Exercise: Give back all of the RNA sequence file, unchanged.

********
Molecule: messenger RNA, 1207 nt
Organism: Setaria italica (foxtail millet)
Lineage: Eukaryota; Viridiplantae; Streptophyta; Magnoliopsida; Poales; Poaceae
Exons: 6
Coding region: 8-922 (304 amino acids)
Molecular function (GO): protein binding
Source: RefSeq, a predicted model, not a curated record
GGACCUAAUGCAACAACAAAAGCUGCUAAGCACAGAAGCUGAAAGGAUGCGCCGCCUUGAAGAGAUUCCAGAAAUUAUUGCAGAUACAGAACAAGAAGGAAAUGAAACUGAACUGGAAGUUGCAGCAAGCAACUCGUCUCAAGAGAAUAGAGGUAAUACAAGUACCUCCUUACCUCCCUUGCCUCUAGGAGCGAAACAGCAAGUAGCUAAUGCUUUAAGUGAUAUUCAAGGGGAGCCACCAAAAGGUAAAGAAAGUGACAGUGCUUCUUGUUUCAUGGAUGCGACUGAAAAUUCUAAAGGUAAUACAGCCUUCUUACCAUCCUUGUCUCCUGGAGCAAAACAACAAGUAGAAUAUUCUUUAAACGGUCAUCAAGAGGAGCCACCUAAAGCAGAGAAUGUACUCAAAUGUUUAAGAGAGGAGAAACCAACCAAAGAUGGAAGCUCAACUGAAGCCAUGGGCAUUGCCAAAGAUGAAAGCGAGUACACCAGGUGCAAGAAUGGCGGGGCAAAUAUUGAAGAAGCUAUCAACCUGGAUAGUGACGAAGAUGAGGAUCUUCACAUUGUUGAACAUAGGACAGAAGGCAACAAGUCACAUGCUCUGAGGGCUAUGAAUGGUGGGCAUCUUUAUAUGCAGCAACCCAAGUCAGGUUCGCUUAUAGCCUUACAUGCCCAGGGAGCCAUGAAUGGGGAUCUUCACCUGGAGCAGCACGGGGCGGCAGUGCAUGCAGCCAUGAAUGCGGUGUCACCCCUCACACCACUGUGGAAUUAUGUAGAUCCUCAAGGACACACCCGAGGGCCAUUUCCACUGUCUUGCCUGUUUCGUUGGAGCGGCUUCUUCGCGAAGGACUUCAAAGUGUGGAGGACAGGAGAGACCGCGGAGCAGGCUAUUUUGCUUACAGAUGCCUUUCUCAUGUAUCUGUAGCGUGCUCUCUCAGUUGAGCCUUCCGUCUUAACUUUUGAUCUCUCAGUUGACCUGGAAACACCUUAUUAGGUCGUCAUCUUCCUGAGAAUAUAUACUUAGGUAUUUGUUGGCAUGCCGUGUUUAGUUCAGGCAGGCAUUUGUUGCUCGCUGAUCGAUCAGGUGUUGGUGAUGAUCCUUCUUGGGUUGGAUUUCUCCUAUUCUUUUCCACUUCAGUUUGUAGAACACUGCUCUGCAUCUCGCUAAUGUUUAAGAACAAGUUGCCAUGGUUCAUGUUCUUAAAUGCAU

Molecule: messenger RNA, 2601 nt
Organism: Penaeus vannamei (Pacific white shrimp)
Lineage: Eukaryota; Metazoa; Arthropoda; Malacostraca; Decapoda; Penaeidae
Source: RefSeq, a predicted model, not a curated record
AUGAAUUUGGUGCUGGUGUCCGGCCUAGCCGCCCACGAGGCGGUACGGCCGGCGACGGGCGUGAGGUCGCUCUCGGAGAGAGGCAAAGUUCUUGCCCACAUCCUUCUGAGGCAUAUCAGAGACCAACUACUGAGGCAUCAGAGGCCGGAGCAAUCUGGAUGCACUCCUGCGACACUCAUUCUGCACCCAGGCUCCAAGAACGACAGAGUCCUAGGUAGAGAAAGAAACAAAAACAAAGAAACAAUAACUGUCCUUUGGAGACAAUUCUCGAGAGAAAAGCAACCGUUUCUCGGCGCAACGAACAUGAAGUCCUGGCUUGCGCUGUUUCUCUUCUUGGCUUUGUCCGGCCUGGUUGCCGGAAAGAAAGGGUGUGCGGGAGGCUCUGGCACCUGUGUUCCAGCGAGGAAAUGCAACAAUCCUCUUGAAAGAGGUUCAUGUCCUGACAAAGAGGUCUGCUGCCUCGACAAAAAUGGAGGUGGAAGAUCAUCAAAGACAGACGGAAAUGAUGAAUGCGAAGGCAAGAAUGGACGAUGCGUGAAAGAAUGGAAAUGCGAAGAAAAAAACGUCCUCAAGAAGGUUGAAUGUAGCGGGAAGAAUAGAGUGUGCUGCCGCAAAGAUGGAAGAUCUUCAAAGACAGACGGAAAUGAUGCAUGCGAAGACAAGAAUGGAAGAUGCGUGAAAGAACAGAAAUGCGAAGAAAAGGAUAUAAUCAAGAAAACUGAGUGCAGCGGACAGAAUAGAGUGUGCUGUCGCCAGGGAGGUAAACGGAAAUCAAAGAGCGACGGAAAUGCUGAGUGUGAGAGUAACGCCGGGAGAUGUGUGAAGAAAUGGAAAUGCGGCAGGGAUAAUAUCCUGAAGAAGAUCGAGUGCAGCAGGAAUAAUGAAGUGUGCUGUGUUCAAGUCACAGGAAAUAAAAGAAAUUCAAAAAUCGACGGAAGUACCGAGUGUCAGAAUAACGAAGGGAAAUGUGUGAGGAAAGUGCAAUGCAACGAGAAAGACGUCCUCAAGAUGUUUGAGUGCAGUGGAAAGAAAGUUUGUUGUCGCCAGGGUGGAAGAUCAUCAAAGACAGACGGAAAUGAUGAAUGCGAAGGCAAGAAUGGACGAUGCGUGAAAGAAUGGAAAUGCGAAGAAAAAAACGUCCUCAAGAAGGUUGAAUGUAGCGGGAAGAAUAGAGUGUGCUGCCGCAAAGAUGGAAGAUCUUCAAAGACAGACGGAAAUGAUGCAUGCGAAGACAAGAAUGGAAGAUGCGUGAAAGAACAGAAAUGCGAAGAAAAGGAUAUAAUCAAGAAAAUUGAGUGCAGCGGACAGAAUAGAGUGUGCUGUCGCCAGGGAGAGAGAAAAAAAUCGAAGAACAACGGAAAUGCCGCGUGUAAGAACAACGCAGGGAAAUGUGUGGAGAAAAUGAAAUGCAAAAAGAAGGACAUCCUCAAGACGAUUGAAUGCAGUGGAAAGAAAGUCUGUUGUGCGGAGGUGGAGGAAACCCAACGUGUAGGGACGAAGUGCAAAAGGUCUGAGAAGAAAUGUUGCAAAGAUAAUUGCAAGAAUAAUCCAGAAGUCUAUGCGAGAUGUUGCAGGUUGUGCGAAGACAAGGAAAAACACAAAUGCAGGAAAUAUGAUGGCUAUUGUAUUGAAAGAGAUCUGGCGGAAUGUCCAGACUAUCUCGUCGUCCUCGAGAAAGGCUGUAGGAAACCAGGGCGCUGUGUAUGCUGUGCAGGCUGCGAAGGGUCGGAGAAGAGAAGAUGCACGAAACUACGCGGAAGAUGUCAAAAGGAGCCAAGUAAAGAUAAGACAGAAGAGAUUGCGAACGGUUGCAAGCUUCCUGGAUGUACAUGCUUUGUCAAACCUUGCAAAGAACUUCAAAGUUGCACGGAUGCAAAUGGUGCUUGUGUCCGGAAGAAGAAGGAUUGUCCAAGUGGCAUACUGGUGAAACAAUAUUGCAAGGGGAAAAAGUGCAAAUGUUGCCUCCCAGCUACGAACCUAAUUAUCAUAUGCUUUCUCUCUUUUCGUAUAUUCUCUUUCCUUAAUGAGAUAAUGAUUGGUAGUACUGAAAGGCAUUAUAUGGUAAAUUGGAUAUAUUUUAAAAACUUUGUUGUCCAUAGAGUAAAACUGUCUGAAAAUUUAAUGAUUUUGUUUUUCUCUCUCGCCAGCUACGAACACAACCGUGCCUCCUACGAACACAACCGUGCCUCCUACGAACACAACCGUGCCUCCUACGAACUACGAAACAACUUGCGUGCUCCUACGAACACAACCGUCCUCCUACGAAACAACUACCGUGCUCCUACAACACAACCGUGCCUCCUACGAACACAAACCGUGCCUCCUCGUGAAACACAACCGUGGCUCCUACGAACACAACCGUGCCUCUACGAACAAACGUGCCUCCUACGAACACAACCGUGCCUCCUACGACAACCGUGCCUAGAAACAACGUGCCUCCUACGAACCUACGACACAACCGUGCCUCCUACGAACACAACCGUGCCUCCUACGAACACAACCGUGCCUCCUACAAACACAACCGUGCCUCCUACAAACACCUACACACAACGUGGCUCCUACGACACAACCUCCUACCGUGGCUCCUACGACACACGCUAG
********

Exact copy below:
Molecule: messenger RNA, 1207 nt
Organism: Setaria italica (foxtail millet)
Lineage: Eukaryota; Viridiplantae; Streptophyta; Magnoliopsida; Poales; Poaceae
Exons: 6
Coding region: 8-922 (304 amino acids)
Molecular function (GO): protein binding
Source: RefSeq, a predicted model, not a curated record
GGACCUAAUGCAACAACAAAAGCUGCUAAGCACAGAAGCUGAAAGGAUGCGCCGCCUUGAAGAGAUUCCAGAAAUUAUUGCAGAUACAGAACAAGAAGGAAAUGAAACUGAACUGGAAGUUGCAGCAAGCAACUCGUCUCAAGAGAAUAGAGGUAAUACAAGUACCUCCUUACCUCCCUUGCCUCUAGGAGCGAAACAGCAAGUAGCUAAUGCUUUAAGUGAUAUUCAAGGGGAGCCACCAAAAGGUAAAGAAAGUGACAGUGCUUCUUGUUUCAUGGAUGCGACUGAAAAUUCUAAAGGUAAUACAGCCUUCUUACCAUCCUUGUCUCCUGGAGCAAAACAACAAGUAGAAUAUUCUUUAAACGGUCAUCAAGAGGAGCCACCUAAAGCAGAGAAUGUACUCAAAUGUUUAAGAGAGGAGAAACCAACCAAAGAUGGAAGCUCAACUGAAGCCAUGGGCAUUGCCAAAGAUGAAAGCGAGUACACCAGGUGCAAGAAUGGCGGGGCAAAUAUUGAAGAAGCUAUCAACCUGGAUAGUGACGAAGAUGAGGAUCUUCACAUUGUUGAACAUAGGACAGAAGGCAACAAGUCACAUGCUCUGAGGGCUAUGAAUGGUGGGCAUCUUUAUAUGCAGCAACCCAAGUCAGGUUCGCUUAUAGCCUUACAUGCCCAGGGAGCCAUGAAUGGGGAUCUUCACCUGGAGCAGCACGGGGCGGCAGUGCAUGCAGCCAUGAAUGCGGUGUCACCCCUCACACCACUGUGGAAUUAUGUAGAUCCUCAAGGACACACCCGAGGGCCAUUUCCACUGUCUUGCCUGUUUCGUUGGAGCGGCUUCUUCGCGAAGGACUUCAAAGUGUGGAGGACAGGAGAGACCGCGGAGCAGGCUAUUUUGCUUACAGAUGCCUUUCUCAUGUAUCUGUAGCGUGCUCUCUCAGUUGAGCCUUCCGUCUUAACUUUUGAUCUCUCAGUUGACCUGGAAACACCUUAUUAGGUCGUCAUCUUCCUGAGAAUAUAUACUUAGGUAUUUGUUGGCAUGCCGUGUUUAGUUCAGGCAGGCAUUUGUUGCUCGCUGAUCGAUCAGGUGUUGGUGAUGAUCCUUCUUGGGUUGGAUUUCUCCUAUUCUUUUCCACUUCAGUUUGUAGAACACUGCUCUGCAUCUCGCUAAUGUUUAAGAACAAGUUGCCAUGGUUCAUGUUCUUAAAUGCAU

Molecule: messenger RNA, 2601 nt
Organism: Penaeus vannamei (Pacific white shrimp)
Lineage: Eukaryota; Metazoa; Arthropoda; Malacostraca; Decapoda; Penaeidae
Source: RefSeq, a predicted model, not a curated record
AUGAAUUUGGUGCUGGUGUCCGGCCUAGCCGCCCACGAGGCGGUACGGCCGGCGACGGGCGUGAGGUCGCUCUCGGAGAGAGGCAAAGUUCUUGCCCACAUCCUUCUGAGGCAUAUCAGAGACCAACUACUGAGGCAUCAGAGGCCGGAGCAAUCUGGAUGCACUCCUGCGACACUCAUUCUGCACCCAGGCUCCAAGAACGACAGAGUCCUAGGUAGAGAAAGAAACAAAAACAAAGAAACAAUAACUGUCCUUUGGAGACAAUUCUCGAGAGAAAAGCAACCGUUUCUCGGCGCAACGAACAUGAAGUCCUGGCUUGCGCUGUUUCUCUUCUUGGCUUUGUCCGGCCUGGUUGCCGGAAAGAAAGGGUGUGCGGGAGGCUCUGGCACCUGUGUUCCAGCGAGGAAAUGCAACAAUCCUCUUGAAAGAGGUUCAUGUCCUGACAAAGAGGUCUGCUGCCUCGACAAAAAUGGAGGUGGAAGAUCAUCAAAGACAGACGGAAAUGAUGAAUGCGAAGGCAAGAAUGGACGAUGCGUGAAAGAAUGGAAAUGCGAAGAAAAAAACGUCCUCAAGAAGGUUGAAUGUAGCGGGAAGAAUAGAGUGUGCUGCCGCAAAGAUGGAAGAUCUUCAAAGACAGACGGAAAUGAUGCAUGCGAAGACAAGAAUGGAAGAUGCGUGAAAGAACAGAAAUGCGAAGAAAAGGAUAUAAUCAAGAAAACUGAGUGCAGCGGACAGAAUAGAGUGUGCUGUCGCCAGGGAGGUAAACGGAAAUCAAAGAGCGACGGAAAUGCUGAGUGUGAGAGUAACGCCGGGAGAUGUGUGAAGAAAUGGAAAUGCGGCAGGGAUAAUAUCCUGAAGAAGAUCGAGUGCAGCAGGAAUAAUGAAGUGUGCUGUGUUCAAGUCACAGGAAAUAAAAGAAAUUCAAAAAUCGACGGAAGUACCGAGUGUCAGAAUAACGAAGGGAAAUGUGUGAGGAAAGUGCAAUGCAACGAGAAAGACGUCCUCAAGAUGUUUGAGUGCAGUGGAAAGAAAGUUUGUUGUCGCCAGGGUGGAAGAUCAUCAAAGACAGACGGAAAUGAUGAAUGCGAAGGCAAGAAUGGACGAUGCGUGAAAGAAUGGAAAUGCGAAGAAAAAAACGUCCUCAAGAAGGUUGAAUGUAGCGGGAAGAAUAGAGUGUGCUGCCGCAAAGAUGGAAGAUCUUCAAAGACAGACGGAAAUGAUGCAUGCGAAGACAAGAAUGGAAGAUGCGUGAAAGAACAGAAAUGCGAAGAAAAGGAUAUAAUCAAGAAAAUUGAGUGCAGCGGACAGAAUAGAGUGUGCUGUCGCCAGGGAGAGAGAAAAAAAUCGAAGAACAACGGAAAUGCCGCGUGUAAGAACAACGCAGGGAAAUGUGUGGAGAAAAUGAAAUGCAAAAAGAAGGACAUCCUCAAGACGAUUGAAUGCAGUGGAAAGAAAGUCUGUUGUGCGGAGGUGGAGGAAACCCAACGUGUAGGGACGAAGUGCAAAAGGUCUGAGAAGAAAUGUUGCAAAGAUAAUUGCAAGAAUAAUCCAGAAGUCUAUGCGAGAUGUUGCAGGUUGUGCGAAGACAAGGAAAAACACAAAUGCAGGAAAUAUGAUGGCUAUUGUAUUGAAAGAGAUCUGGCGGAAUGUCCAGACUAUCUCGUCGUCCUCGAGAAAGGCUGUAGGAAACCAGGGCGCUGUGUAUGCUGUGCAGGCUGCGAAGGGUCGGAGAAGAGAAGAUGCACGAAACUACGCGGAAGAUGUCAAAAGGAGCCAAGUAAAGAUAAGACAGAAGAGAUUGCGAACGGUUGCAAGCUUCCUGGAUGUACAUGCUUUGUCAAACCUUGCAAAGAACUUCAAAGUUGCACGGAUGCAAAUGGUGCUUGUGUCCGGAAGAAGAAGGAUUGUCCAAGUGGCAUACUGGUGAAACAAUAUUGCAAGGGGAAAAAGUGCAAAUGUUGCCUCCCAGCUACGAACCUAAUUAUCAUAUGCUUUCUCUCUUUUCGUAUAUUCUCUUUCCUUAAUGAGAUAAUGAUUGGUAGUACUGAAAGGCAUUAUAUGGUAAAUUGGAUAUAUUUUAAAAACUUUGUUGUCCAUAGAGUAAAACUGUCUGAAAAUUUAAUGAUUUUGUUUUUCUCUCUCGCCAGCUACGAACACAACCGUGCCUCCUACGAACACAACCGUGCCUCCUACGAACACAACCGUGCCUCCUACGAACUACGAAACAACUUGCGUGCUCCUACGAACACAACCGUCCUCCUACGAAACAACUACCGUGCUCCUACAACACAACCGUGCCUCCUACGAACACAAACCGUGCCUCCUCGUGAAACACAACCGUGGCUCCUACGAACACAACCGUGCCUCUACGAACAAACGUGCCUCCUACGAACACAACCGUGCCUCCUACGACAACCGUGCCUAGAAACAACGUGCCUCCUACGAACCUACGACACAACCGUGCCUCCUACGAACACAACCGUGCCUCCUACGAACACAACCGUGCCUCCUACAAACACAACCGUGCCUCCUACAAACACCUACACACAACGUGGCUCCUACGACACAACCUCCUACCGUGGCUCCUACGACACACGCUAG